Microsoft has won a bit of a victory in its patent infringement suit against Motorola, with an administrative law judge at the U.S. International Trade Commission ruling that Motorola Android phones violated one of seven Microsoft patents. The patent in question covers synchronizing calendars and scheduling events on a mobile device, and is part of Microsoft’s ActiveSync technology. However, the administrative judge’s ruling also leaves six of Microsoft’s patent infringement claims out in the cold, meaning Microsoft gets to chalk up a win—but just barely.
Both sides were upbeat about the decision, with Microsoft asserting the ruling validates the company’s claims and its controversial Android licensing program, which currently has more than half of Android device makers paying royalties to Microsoft. Motorola’s refusal to pay license fees to Microsoft for Android devices was one of the precipitating factors in the suit.
“As Samsung, HTC, Acer and other companies have recognized, respecting others’ intellectual property through licensing is the right path forward,” said Microsoft deputy general counsel David Howard, in a statement.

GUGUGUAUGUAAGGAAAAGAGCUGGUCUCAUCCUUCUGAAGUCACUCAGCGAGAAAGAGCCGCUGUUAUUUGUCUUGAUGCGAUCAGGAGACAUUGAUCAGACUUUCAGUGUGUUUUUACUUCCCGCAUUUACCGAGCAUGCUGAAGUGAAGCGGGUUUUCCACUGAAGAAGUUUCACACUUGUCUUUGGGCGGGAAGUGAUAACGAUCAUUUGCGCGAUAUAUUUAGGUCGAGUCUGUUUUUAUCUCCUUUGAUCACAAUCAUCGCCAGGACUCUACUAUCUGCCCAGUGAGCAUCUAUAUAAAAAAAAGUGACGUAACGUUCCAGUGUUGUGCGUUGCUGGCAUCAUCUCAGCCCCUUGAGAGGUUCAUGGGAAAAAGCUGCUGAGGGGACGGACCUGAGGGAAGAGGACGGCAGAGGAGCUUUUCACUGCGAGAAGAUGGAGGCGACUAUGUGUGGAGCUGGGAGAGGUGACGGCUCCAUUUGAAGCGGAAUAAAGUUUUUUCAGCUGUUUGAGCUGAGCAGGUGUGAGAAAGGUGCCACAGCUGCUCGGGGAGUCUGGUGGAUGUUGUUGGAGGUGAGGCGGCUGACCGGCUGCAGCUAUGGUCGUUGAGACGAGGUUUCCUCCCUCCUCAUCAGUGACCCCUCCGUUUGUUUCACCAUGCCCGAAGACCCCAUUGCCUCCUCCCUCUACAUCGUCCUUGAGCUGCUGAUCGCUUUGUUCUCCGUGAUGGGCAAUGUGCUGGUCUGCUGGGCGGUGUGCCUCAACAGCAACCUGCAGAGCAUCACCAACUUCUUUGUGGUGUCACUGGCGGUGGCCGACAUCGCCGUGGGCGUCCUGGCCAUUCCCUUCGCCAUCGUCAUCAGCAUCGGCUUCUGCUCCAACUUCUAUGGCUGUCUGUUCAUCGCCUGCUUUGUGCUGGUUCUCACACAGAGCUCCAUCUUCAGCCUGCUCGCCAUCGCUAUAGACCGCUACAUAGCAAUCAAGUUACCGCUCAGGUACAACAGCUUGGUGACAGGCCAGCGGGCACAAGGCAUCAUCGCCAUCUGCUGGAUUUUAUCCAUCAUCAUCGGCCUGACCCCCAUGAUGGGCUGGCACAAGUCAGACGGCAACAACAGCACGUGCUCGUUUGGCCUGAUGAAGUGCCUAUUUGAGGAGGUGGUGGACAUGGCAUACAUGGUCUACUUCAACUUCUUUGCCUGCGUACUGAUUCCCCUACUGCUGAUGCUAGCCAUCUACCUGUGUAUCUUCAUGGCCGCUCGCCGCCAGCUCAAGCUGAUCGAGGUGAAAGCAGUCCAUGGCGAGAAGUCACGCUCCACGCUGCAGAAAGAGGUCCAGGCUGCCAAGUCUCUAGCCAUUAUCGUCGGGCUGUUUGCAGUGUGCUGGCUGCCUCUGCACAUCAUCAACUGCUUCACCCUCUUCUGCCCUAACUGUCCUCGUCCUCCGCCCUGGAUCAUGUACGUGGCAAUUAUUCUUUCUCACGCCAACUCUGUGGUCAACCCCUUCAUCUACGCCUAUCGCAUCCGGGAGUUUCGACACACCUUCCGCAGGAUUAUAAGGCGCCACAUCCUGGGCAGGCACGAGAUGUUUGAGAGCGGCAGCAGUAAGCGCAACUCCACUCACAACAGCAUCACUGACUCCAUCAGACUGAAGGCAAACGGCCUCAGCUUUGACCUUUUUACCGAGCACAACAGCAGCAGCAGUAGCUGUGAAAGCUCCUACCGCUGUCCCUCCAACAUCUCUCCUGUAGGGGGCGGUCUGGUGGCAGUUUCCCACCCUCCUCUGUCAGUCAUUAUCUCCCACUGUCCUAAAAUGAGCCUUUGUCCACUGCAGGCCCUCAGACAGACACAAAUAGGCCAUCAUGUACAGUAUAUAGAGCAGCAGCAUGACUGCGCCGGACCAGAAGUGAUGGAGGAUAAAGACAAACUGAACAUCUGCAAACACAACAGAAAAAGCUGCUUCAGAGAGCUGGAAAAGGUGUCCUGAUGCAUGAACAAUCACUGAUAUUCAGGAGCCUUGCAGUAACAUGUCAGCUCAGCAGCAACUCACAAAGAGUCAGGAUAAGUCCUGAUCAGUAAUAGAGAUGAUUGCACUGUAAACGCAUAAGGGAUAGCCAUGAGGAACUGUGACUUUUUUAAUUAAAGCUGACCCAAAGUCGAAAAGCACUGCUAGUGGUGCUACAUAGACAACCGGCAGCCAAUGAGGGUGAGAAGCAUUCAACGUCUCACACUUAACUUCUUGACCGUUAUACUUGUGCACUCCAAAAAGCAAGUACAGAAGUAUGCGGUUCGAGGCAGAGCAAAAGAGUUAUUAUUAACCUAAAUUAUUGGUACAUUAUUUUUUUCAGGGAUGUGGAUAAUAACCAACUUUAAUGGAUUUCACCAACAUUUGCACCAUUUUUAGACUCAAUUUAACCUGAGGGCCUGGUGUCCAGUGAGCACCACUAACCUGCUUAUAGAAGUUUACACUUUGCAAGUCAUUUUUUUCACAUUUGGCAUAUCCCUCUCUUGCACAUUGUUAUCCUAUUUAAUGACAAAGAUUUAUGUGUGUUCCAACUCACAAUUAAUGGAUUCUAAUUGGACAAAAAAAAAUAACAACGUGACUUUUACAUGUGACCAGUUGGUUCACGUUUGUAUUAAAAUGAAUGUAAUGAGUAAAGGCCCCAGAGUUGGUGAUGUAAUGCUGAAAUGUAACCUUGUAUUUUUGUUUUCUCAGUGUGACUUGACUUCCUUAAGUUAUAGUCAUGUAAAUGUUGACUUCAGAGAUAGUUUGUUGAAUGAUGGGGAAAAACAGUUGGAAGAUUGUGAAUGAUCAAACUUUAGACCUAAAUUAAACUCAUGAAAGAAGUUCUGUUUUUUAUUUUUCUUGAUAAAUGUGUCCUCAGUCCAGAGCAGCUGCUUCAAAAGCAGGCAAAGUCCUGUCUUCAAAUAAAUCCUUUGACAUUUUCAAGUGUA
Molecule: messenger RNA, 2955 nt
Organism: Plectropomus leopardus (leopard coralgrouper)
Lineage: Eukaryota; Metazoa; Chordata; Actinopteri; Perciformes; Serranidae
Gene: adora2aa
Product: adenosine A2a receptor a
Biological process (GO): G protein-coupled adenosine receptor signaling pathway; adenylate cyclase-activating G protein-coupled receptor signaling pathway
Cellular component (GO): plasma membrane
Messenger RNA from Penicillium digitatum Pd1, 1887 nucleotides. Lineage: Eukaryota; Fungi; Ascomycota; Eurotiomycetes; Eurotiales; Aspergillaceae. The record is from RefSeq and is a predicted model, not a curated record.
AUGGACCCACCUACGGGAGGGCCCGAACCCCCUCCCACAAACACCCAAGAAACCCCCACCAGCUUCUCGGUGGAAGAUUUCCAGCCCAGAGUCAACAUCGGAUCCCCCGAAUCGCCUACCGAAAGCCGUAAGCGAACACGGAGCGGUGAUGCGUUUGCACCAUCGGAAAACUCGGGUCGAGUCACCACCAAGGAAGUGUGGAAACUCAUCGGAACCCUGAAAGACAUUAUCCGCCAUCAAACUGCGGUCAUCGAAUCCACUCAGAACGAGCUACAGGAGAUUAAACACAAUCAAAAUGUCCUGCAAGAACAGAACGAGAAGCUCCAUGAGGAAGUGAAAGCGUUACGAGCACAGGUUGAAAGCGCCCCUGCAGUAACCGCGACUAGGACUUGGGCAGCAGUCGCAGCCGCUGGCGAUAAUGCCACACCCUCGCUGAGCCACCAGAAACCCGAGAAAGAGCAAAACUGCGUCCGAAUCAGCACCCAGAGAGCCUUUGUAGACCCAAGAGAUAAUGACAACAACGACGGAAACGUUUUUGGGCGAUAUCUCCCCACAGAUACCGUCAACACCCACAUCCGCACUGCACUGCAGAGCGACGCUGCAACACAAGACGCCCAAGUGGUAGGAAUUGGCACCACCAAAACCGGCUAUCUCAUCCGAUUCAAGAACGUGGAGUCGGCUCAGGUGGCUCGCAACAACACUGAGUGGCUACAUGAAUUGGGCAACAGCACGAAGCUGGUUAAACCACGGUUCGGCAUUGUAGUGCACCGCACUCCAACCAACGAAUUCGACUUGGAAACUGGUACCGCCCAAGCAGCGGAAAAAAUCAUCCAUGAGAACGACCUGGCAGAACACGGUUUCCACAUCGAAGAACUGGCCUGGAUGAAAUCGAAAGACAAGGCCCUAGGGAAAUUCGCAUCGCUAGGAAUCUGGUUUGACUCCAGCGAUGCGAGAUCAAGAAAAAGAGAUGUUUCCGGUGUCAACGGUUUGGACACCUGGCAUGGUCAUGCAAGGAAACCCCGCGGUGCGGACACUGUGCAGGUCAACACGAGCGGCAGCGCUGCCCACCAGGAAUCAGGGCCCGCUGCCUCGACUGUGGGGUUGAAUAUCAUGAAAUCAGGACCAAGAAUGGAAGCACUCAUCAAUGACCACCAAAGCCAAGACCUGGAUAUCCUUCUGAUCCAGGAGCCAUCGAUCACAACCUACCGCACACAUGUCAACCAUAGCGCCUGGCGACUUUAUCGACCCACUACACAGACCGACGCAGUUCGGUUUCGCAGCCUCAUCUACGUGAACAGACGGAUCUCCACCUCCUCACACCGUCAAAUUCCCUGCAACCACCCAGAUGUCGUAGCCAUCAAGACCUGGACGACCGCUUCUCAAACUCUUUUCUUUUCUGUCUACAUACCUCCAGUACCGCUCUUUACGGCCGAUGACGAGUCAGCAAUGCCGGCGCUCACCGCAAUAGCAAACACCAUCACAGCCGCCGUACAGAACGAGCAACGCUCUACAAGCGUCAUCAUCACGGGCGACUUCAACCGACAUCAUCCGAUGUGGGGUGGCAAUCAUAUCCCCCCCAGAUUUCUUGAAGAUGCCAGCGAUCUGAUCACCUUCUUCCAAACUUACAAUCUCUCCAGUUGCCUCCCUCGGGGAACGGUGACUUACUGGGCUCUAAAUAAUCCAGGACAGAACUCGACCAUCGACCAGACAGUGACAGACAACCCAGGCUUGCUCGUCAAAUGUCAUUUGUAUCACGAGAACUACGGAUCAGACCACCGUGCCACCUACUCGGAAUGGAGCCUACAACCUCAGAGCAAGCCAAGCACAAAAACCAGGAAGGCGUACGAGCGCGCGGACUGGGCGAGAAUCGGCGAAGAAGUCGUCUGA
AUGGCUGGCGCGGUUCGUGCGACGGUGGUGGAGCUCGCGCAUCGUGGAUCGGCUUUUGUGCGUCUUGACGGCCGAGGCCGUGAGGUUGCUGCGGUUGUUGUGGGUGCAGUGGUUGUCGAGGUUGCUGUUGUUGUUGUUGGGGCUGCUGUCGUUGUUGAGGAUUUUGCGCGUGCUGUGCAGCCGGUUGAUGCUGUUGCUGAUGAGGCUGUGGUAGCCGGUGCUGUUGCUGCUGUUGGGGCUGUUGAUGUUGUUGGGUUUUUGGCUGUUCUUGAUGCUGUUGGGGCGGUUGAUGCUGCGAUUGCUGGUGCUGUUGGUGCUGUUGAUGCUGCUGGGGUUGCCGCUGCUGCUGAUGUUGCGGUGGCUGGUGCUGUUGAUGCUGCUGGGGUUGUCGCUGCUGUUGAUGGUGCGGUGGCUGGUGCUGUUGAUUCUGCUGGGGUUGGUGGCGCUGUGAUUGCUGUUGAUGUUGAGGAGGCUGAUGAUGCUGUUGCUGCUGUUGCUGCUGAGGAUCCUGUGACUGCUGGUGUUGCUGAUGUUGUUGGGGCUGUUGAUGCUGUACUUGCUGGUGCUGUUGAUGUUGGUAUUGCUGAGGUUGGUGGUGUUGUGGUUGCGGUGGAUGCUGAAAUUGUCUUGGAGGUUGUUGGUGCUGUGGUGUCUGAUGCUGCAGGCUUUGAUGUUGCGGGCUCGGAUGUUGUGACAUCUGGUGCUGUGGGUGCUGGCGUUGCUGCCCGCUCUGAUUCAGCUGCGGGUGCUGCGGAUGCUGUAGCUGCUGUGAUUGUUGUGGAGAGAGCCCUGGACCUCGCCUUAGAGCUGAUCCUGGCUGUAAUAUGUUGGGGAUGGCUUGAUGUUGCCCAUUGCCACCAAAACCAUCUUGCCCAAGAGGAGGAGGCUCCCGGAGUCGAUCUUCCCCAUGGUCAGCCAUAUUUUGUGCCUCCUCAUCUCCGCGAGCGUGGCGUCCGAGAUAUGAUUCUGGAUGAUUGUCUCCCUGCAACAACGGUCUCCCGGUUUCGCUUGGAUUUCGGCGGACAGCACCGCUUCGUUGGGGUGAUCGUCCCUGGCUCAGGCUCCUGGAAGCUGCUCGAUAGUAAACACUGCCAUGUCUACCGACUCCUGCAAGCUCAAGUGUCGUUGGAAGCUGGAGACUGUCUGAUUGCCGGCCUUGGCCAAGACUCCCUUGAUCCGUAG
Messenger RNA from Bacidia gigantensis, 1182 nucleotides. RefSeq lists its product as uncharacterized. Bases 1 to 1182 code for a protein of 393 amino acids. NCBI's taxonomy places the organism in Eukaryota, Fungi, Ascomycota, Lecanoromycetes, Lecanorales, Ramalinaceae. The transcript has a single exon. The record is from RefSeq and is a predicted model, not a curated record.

Motorola spun the decision as a victory for its claims, noting the ruling cleared Motorola from infringing on six of seven claims.
“We are very pleased that the majority of the rulings were favorable,” said Motorola Mobility senior VP and general counsel Scott Offer, in a statement. “The ALJ’s initial determination may provide clarity on the definition of the Microsoft 566 patent for which a violation was found and will help us avoid infringement of this patent in the U.S. market.”
The ruling is preliminary, with a final ruling from the full six-member ITC panel not expected to come down until April 20, 2012, after which there’s another 60-day review period where Motorola could take its case directly to President Obama. Even if the infringement claim holds up, the delay before the final ruling gives Motorola Mobility plenty of time to retool its Android devices to avoid infringement claims and keep its devices on sale on the United States. Markets outside the U.S. won’t be affected by the ruling either way.
Motorola is also suing Microsoft for patent infringement in several markets, including claims against Exchange, Outlook, Messenger, Bing maps, Wi-Fi, video encoding, and graphical password technologies used in the Xbox 360. Those claims have yet to be adjudicated.
Google is in the process of acquiring Motorola Mobility, ostensibly to bring Motorola’s patent portfolio on board and protect Android from first patent infringement claims.